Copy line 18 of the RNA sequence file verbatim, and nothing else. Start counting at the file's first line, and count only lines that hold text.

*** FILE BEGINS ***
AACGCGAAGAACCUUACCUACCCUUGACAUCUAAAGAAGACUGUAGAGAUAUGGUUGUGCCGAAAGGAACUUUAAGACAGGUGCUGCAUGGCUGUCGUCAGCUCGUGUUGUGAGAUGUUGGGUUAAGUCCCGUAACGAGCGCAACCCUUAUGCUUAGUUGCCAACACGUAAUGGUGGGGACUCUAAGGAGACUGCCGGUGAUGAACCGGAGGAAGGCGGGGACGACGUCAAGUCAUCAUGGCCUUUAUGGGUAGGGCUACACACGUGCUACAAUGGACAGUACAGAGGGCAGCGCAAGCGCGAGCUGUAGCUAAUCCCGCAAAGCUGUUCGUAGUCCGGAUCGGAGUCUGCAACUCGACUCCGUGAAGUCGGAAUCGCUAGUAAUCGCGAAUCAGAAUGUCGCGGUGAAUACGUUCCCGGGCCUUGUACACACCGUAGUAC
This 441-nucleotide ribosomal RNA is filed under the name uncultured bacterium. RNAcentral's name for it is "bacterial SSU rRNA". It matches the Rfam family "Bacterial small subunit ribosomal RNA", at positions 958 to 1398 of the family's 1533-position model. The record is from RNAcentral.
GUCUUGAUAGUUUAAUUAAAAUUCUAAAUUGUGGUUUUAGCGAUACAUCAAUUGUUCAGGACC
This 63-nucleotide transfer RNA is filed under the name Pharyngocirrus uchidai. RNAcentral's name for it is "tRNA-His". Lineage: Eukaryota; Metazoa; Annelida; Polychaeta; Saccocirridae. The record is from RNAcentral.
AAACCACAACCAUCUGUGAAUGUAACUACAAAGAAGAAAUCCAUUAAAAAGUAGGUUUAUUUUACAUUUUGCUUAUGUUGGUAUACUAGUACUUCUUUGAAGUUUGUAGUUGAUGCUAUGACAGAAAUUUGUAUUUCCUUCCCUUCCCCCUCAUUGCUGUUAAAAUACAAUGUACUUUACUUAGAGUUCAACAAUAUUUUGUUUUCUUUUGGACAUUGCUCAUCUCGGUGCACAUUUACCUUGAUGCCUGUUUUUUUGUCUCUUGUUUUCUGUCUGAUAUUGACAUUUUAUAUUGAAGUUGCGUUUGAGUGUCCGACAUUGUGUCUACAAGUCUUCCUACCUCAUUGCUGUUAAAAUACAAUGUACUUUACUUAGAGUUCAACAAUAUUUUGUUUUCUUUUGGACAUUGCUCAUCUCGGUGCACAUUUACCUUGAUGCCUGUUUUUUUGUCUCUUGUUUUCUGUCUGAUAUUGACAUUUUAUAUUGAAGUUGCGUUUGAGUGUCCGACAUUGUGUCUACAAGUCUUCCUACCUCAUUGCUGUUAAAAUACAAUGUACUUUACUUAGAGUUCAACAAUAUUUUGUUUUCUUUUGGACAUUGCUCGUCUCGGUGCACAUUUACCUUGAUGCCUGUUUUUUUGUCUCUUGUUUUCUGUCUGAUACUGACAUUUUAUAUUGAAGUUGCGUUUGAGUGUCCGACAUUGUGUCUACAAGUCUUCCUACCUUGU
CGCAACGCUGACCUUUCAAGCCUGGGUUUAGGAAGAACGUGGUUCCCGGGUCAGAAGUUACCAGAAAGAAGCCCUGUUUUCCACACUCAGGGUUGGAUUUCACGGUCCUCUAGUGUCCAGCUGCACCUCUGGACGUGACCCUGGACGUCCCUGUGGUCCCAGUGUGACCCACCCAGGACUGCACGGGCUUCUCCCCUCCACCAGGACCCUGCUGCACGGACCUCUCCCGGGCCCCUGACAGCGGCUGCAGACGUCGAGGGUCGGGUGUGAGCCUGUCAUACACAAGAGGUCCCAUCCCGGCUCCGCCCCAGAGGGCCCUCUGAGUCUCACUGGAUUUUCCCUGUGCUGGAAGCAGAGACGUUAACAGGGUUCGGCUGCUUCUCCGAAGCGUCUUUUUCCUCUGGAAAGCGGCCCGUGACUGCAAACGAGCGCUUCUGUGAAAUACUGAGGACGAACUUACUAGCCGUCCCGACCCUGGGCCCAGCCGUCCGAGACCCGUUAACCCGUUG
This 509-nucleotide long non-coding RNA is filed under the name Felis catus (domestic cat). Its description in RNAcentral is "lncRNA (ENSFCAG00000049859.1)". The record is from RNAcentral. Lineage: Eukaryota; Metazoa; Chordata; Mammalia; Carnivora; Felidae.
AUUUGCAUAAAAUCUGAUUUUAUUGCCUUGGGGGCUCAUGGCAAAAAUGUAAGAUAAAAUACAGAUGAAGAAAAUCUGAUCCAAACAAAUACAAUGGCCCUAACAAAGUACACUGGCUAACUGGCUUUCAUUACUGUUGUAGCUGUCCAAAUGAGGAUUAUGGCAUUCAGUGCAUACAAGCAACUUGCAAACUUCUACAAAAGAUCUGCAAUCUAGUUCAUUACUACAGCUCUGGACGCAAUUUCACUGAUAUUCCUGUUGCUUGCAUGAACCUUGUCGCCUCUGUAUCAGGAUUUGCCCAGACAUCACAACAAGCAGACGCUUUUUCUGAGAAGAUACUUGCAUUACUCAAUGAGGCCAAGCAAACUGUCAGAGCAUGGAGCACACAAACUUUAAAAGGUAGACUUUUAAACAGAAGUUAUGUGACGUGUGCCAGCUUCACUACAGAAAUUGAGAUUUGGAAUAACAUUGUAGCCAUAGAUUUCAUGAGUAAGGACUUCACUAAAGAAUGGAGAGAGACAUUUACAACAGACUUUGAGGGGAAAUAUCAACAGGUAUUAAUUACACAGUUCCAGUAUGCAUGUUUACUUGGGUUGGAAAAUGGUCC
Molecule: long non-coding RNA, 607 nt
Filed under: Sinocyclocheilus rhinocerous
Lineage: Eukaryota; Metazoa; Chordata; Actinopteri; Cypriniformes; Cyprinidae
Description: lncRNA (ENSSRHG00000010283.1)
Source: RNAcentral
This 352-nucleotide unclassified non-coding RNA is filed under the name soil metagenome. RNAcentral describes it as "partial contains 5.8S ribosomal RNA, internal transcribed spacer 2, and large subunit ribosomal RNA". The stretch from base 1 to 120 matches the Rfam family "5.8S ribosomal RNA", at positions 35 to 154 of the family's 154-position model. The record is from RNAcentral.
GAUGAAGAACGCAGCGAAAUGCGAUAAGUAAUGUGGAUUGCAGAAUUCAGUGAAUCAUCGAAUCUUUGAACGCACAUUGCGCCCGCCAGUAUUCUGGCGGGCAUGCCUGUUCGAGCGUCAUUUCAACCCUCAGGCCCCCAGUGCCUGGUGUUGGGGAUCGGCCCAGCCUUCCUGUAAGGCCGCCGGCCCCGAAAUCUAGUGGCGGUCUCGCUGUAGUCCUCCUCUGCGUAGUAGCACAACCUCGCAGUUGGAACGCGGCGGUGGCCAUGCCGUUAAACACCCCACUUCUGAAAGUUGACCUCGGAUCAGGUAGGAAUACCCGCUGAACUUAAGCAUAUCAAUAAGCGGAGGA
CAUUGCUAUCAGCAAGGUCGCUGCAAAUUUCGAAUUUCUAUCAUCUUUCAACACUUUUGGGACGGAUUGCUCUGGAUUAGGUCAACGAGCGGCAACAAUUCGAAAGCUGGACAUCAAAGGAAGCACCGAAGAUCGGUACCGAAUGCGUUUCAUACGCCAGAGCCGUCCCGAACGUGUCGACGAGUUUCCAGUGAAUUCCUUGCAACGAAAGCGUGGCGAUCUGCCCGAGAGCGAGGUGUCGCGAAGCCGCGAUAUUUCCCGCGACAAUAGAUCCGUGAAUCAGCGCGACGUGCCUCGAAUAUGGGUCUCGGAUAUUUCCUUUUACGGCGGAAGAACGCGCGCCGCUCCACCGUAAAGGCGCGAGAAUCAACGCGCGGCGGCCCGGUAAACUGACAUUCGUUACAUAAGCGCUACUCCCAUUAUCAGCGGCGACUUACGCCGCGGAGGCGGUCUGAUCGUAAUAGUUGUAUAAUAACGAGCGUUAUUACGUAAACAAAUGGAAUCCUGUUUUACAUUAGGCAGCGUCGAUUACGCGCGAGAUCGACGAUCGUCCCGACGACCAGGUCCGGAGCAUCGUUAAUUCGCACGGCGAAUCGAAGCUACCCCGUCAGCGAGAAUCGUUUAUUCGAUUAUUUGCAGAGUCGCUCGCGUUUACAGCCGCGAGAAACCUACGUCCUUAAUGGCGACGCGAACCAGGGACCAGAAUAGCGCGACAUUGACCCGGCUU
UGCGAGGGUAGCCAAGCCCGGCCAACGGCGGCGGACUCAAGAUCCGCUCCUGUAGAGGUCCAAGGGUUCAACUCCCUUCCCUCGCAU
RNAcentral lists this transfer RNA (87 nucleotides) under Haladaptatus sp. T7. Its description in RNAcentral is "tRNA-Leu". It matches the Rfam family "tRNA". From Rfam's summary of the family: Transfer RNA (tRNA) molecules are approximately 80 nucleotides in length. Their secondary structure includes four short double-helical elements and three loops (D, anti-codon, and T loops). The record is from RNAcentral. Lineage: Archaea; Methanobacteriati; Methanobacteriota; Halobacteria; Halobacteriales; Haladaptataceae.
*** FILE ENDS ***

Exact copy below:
RNAcentral lists this transfer RNA (87 nucleotides) under Haladaptatus sp. T7. Its description in RNAcentral is "tRNA-Leu". It matches the Rfam family "tRNA". From Rfam's summary of the family: Transfer RNA (tRNA) molecules are approximately 80 nucleotides in length. Their secondary structure includes four short double-helical elements and three loops (D, anti-codon, and T loops). The record is from RNAcentral. Lineage: Archaea; Methanobacteriati; Methanobacteriota; Halobacteria; Halobacteriales; Haladaptataceae.